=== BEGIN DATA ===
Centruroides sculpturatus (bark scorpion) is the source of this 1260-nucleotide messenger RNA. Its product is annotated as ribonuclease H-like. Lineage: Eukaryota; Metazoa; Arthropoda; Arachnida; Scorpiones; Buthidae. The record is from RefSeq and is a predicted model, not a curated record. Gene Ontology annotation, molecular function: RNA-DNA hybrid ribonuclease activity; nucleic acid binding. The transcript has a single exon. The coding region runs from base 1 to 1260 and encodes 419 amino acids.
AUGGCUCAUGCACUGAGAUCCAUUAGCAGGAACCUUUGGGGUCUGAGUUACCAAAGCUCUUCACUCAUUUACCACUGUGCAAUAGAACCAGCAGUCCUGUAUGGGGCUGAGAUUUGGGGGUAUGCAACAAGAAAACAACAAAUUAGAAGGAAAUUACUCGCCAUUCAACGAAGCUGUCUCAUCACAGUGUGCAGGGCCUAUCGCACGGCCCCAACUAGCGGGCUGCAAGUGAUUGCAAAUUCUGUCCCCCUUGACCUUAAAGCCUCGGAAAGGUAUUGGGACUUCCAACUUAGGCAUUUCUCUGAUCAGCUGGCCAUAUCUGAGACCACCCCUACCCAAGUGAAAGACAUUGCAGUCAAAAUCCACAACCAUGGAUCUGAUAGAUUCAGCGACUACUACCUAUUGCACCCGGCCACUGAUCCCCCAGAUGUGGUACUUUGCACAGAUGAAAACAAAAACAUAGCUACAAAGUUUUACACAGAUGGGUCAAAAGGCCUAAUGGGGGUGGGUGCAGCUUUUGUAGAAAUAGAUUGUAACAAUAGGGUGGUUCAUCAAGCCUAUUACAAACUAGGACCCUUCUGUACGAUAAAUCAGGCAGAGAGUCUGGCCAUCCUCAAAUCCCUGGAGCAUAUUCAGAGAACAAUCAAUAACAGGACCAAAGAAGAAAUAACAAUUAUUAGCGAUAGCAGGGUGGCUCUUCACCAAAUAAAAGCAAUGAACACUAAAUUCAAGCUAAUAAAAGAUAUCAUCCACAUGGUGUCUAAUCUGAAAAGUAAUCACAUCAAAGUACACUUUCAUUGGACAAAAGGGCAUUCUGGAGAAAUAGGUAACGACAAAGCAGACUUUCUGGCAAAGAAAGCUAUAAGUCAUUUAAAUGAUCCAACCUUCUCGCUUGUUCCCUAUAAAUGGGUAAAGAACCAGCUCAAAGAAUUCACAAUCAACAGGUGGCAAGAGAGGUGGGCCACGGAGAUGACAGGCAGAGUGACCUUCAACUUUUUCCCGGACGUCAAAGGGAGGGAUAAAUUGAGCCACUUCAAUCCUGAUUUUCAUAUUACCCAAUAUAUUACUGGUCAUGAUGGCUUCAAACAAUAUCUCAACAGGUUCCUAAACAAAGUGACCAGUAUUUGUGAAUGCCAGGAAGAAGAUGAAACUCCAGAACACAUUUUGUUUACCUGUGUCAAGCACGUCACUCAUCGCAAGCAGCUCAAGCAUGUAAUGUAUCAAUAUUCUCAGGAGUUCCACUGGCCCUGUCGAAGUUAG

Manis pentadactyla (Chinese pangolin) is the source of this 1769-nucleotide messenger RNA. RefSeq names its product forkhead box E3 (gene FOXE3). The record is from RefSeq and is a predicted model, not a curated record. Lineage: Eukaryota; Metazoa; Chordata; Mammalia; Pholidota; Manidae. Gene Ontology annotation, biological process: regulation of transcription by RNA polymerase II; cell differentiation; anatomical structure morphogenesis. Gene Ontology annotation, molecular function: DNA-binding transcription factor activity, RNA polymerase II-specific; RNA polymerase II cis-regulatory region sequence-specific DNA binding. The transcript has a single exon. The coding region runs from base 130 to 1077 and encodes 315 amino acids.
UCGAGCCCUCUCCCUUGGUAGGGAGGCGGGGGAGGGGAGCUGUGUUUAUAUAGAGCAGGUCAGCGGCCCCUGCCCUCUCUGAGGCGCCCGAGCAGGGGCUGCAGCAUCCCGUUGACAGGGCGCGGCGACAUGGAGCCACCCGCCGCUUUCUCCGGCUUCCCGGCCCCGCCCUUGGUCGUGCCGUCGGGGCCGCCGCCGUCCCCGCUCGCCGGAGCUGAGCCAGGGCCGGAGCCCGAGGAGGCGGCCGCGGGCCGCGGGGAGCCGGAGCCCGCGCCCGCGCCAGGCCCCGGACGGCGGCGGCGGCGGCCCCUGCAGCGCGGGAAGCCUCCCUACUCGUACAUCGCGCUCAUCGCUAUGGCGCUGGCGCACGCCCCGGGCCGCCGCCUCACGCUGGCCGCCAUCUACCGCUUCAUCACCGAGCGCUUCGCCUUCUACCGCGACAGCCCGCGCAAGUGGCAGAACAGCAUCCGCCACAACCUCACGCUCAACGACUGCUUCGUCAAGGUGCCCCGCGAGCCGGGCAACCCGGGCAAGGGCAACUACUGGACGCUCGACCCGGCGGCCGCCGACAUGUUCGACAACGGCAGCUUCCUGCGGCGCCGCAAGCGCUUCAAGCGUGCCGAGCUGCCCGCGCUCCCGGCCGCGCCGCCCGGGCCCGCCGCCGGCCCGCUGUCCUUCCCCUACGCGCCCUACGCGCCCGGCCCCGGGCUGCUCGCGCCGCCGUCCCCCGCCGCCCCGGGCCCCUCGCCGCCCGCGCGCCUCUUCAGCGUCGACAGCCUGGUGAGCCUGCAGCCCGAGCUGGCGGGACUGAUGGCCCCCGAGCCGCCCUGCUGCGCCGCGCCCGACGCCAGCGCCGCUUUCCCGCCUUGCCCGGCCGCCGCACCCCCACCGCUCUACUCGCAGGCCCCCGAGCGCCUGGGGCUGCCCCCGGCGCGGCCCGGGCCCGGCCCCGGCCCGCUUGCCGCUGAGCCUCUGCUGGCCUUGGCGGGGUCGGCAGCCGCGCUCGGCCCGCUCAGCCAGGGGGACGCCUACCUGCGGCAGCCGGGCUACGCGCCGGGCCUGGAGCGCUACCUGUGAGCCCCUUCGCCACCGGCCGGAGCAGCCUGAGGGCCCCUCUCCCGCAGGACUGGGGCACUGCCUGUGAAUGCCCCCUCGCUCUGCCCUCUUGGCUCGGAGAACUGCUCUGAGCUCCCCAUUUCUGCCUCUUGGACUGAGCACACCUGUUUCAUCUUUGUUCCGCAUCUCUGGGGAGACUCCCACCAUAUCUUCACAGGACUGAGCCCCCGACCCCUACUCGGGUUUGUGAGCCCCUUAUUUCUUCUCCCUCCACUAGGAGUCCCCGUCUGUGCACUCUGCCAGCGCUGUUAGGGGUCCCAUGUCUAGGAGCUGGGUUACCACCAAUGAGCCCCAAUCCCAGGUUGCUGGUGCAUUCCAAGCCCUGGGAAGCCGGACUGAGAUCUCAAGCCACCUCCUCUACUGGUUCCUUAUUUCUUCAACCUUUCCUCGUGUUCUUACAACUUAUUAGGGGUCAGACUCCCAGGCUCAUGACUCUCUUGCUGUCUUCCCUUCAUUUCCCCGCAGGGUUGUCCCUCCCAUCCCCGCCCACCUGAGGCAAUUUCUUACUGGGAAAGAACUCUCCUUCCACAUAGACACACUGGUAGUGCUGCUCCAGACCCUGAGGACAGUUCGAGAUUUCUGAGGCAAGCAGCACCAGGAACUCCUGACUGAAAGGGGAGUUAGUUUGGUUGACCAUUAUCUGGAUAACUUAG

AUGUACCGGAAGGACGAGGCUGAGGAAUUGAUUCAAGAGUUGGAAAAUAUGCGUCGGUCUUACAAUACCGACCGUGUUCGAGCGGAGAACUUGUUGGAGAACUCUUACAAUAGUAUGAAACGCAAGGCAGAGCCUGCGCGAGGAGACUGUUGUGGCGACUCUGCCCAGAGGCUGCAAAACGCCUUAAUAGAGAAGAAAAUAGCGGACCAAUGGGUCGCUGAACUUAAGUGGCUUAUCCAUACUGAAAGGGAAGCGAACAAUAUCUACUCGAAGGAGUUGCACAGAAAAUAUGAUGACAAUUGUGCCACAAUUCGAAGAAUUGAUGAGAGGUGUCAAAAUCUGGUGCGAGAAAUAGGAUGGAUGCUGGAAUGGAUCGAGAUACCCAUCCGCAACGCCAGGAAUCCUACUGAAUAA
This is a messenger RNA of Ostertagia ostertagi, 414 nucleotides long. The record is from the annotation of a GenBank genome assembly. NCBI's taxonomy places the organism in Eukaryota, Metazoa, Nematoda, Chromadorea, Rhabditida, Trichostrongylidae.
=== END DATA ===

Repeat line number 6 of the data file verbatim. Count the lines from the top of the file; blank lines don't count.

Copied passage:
This is a messenger RNA of Ostertagia ostertagi, 414 nucleotides long. The record is from the annotation of a GenBank genome assembly. NCBI's taxonomy places the organism in Eukaryota, Metazoa, Nematoda, Chromadorea, Rhabditida, Trichostrongylidae.